# Insights Mathematical Quantum Field Theory - Reduced Phase Space - Comments

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1. Dec 18, 2017

### Urs Schreiber

2. Dec 20, 2017

### Greg Bernhardt

8 more to go, what a series!

3. Jan 29, 2018

### Duong

1. In defining the infinitesimal cotangent Lie algebroid, the underlying graded algebra is defined as
$$(T^\ast_{inf} \mathfrak{a})^\ast_\bullet \;:=\; \mathfrak{a}^\ast_\bullet \oplus Der(CE(\mathfrak{a}))_\bullet$$
I understand this is a degree-by-degree direct sum. What is in principle the grading on $Der(CE(\mathfrak{a}))_\bullet$, such that in the next example for the action Lie algebroid, $\frac{\partial}{\partial c^\alpha}$ and $\frac{\partial}{\partial \phi^a}$ have degree $-1$ and $0$ respectively?

2. I am not sure I got why $C^\infty(X)/ (\frac{\partial S}{\partial \phi^a}) \simeq C^\infty(X_{dS=0})$ when $X$ is a superpoint.
My understanding of the given explanation is the following. As $X$ is a superpoint, each generator $f$ in $C^\infty(X) := \mathbb{R} \oplus V$ where $V$ is a finite dimensional vector space that is a nilpotent ideal, and we could write $f = f_0 + f_1a_1 + ... + f_na_n$ where $f_i \in \mathbb{R}$ and $a_i$ are the basis vectors of $V$. Thus as long as $f$ vanishes where $\frac{\partial S}{\partial \psi^a}$ vanishes, we could generate $f$ from $\frac{\partial S}{\partial \psi^a}$ by scaling term by term. Such $f$ is zero in the quotient, and so the quotient is exactly the algebra of functions on $X_{dS=0}$. But
(a) Is $X$ being a superpoint a necessary condition? If $X$ is an usual manifold, we could also do the scaling point by point.
(b) We are not actually allowed to talk about "points" in a superpoint. Are we, again, secretly using a 1-1 correspondence between $\{ X\rightarrow \mathbb{R}^1 \}$ and $\{X_{even} \rightarrow \mathbb{R}^1 \}$ with $C^\infty(X_{even})$ generated from generators of $C^\infty(X)$ regarded in even degree?

4. Jan 29, 2018

### Urs Schreiber

The degree of a derivation $\partial$ on a graded algebra is the amount by which it raises (or lowers) the degree of the algebra elements that it acts on, hence the number $deg(\partial)$ such that for $a_1, a_2$ two elements of homogeous degree in the graded algebra, we have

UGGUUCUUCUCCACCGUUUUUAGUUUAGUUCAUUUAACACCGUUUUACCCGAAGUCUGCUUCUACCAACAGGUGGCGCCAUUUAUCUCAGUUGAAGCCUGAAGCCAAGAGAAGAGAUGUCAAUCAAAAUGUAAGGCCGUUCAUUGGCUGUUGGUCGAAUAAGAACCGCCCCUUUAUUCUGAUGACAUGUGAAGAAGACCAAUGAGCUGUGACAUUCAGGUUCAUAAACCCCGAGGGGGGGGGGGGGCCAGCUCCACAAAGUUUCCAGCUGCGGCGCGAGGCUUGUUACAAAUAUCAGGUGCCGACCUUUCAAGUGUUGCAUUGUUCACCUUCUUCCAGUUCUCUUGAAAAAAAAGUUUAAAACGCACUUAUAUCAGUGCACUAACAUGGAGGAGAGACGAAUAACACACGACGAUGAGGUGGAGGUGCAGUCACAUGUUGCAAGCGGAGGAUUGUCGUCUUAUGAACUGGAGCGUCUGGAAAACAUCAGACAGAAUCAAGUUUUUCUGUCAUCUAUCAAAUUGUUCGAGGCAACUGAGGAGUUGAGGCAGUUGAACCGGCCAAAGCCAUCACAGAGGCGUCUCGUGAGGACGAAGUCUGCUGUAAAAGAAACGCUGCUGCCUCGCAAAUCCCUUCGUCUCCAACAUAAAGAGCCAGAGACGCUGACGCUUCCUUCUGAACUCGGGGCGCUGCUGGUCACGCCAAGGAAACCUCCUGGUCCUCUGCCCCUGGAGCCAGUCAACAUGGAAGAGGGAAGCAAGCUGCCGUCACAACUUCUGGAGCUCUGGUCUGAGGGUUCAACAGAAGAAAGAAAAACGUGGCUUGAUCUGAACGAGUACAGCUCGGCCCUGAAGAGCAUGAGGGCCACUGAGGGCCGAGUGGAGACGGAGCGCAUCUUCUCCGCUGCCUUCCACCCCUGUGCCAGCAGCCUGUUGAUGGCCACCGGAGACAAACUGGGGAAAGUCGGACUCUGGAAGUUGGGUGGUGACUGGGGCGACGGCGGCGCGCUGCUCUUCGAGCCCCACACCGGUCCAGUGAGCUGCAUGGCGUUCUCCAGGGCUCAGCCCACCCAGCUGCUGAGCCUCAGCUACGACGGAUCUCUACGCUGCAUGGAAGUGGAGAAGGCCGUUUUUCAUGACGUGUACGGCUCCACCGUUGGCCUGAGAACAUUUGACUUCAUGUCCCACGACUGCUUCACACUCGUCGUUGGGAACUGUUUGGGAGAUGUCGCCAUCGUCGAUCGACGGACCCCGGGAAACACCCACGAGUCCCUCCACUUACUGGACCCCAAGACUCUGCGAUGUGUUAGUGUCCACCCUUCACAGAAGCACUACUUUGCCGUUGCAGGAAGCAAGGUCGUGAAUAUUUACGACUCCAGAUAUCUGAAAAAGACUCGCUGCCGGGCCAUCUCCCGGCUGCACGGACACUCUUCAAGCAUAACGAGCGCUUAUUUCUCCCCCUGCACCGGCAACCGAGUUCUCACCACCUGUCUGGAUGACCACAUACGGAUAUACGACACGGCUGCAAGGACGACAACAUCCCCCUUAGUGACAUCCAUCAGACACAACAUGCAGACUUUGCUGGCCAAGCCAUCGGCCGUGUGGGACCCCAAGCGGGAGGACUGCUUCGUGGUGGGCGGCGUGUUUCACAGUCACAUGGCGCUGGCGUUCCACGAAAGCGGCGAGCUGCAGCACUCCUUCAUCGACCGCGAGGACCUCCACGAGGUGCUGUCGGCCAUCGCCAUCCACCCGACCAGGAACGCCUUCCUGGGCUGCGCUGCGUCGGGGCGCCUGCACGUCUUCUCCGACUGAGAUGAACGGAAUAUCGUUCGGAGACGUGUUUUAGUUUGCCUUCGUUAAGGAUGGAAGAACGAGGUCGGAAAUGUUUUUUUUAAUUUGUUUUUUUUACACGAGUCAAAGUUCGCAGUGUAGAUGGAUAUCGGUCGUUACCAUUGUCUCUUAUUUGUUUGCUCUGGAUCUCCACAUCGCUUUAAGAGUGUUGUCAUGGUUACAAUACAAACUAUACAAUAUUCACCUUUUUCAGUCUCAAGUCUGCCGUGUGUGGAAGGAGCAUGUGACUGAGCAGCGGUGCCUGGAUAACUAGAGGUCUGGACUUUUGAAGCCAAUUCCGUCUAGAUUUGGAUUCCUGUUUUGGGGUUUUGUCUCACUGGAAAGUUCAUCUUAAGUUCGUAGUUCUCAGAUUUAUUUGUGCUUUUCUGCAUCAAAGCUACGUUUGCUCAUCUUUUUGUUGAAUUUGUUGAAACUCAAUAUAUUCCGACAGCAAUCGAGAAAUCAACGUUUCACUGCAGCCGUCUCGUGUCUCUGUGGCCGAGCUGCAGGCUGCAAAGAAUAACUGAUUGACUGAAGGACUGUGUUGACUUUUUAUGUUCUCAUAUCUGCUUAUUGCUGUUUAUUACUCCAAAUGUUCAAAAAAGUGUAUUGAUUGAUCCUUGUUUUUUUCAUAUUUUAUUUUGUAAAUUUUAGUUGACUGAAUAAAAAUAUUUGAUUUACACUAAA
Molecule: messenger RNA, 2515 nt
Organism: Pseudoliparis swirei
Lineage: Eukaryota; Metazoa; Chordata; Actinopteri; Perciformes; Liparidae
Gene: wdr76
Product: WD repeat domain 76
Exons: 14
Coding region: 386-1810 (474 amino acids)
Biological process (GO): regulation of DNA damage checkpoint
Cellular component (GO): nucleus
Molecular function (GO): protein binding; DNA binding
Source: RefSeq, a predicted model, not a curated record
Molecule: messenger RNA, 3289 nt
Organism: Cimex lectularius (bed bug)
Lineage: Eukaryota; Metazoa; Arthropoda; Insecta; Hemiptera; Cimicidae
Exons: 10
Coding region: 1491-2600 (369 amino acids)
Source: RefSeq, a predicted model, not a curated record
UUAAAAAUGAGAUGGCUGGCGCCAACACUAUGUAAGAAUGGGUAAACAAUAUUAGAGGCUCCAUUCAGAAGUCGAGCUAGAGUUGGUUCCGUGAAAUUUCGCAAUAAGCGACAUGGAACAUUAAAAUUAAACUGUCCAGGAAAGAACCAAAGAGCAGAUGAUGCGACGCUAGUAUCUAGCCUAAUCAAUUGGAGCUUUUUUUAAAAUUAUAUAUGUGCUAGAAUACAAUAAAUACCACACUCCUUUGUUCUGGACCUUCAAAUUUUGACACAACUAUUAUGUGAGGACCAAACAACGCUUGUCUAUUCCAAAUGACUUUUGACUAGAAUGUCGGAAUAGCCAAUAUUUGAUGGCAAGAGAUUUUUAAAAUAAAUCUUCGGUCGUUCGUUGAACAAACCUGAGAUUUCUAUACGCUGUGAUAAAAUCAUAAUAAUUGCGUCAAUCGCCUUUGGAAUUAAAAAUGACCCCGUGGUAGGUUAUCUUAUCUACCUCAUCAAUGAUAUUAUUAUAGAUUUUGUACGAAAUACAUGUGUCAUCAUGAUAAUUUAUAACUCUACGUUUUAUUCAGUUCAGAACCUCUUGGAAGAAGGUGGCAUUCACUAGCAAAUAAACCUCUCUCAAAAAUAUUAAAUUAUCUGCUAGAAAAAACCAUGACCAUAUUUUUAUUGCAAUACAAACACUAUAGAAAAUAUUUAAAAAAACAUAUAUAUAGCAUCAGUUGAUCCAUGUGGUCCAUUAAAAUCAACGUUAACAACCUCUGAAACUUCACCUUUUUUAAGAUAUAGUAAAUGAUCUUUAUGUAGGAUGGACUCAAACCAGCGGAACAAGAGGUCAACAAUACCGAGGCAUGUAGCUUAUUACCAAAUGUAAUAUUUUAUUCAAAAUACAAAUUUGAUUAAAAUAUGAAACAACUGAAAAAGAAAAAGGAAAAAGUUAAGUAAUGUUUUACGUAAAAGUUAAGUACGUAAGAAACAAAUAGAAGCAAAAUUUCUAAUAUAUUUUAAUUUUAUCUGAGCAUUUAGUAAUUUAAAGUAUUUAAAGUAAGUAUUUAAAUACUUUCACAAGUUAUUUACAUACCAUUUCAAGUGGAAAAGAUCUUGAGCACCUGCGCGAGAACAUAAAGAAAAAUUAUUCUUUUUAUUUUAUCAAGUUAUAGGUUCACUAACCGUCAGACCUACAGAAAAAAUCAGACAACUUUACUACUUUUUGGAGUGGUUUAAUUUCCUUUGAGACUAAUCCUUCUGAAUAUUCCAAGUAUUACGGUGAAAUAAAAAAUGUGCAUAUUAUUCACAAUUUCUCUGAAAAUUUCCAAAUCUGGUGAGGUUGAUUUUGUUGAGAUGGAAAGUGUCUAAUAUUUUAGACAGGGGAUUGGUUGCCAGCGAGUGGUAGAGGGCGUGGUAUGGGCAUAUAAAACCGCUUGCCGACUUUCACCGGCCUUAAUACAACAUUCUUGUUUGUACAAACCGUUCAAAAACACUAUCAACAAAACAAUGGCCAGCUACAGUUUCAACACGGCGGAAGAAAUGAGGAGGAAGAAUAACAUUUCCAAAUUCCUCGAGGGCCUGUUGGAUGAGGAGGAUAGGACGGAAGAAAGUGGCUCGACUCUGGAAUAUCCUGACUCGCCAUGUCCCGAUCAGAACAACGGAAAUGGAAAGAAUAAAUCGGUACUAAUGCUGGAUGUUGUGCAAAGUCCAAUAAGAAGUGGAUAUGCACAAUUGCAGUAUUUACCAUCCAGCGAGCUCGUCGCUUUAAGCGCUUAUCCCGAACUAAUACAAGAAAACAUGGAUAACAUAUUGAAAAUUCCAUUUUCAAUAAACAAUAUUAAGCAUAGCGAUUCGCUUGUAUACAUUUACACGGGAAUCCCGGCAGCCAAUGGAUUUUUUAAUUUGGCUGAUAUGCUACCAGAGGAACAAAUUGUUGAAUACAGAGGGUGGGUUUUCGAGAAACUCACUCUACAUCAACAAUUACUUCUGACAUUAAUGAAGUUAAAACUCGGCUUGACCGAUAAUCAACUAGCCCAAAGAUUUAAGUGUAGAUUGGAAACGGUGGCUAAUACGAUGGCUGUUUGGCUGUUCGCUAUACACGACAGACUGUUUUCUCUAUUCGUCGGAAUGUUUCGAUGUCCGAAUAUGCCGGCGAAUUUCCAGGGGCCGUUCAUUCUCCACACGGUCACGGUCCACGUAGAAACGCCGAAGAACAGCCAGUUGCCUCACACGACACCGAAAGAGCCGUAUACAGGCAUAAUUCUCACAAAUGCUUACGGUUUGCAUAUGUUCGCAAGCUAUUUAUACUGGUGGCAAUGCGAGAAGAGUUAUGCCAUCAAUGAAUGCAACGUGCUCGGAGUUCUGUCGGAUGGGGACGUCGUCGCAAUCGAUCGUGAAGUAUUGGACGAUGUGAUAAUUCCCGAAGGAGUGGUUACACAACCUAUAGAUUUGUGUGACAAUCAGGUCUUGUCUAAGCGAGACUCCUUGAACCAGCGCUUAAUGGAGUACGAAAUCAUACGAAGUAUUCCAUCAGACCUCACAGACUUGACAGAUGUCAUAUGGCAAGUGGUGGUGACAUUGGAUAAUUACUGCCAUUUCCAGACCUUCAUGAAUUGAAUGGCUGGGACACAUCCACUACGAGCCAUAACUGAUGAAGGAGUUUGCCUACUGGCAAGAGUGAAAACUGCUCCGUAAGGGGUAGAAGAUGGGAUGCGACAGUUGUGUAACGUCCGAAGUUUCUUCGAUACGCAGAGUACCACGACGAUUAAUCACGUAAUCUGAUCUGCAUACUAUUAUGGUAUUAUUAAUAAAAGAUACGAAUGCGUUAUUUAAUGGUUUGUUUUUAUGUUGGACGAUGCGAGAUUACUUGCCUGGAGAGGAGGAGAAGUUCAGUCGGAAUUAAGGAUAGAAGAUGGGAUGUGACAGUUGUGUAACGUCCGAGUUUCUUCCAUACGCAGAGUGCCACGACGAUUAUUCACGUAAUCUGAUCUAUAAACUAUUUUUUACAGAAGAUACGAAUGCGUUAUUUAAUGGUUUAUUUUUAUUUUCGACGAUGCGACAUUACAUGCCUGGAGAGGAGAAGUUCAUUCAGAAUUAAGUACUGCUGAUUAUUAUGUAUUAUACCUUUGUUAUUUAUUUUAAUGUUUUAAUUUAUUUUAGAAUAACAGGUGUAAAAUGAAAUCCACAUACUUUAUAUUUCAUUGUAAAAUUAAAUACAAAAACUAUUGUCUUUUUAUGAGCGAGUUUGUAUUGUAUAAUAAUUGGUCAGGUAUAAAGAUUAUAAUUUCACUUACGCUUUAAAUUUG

$$\partial (a_1 a_2) = (\partial a_1) a_2 + (-1)^{deg(\partial) deg(a_1)}\, a_1 (\partial a_2)$$

So $\partial_\phi$ has degree 0 because is "removes" elements of degree zero (field coordinates), while $\partial_c$ has degree -1 because it "removes" elements of degree +1 (namely ghost field coordinates).

The issue is that we want to invoke a theorem about Koszul resolutions (this one) which is proven in algebraic geometry. This does not generally carry over to differential geometry, where one needs to impose and then check subtle regularity conditions for the theorem still to apply. But the synthetic differential super-geometry that we are using gives a partial unification of the worlds of algebraic and of differential geometry: Infinitesimal neighbourhoods in synthetic differential geometry follow the rules of algebraic geometry directly. So here to give a genuine proof (traditionally glossed over in the physics literature) that, after gauge fixing, the local BV-differential really does yield a resolution of the shell inside the jet bundle, we make use of the fact that we need this just for perturbative quantum field theory anyway, where the field histories really are just in the infinitesimal neighbourhood of a fixed on-shell field history (the one we are perturbing around). This allows us to invoke that theorem .

Last edited: Jan 29, 2018
5. Jan 29, 2018

### Duong

Wow I really should have seen this. Thanks!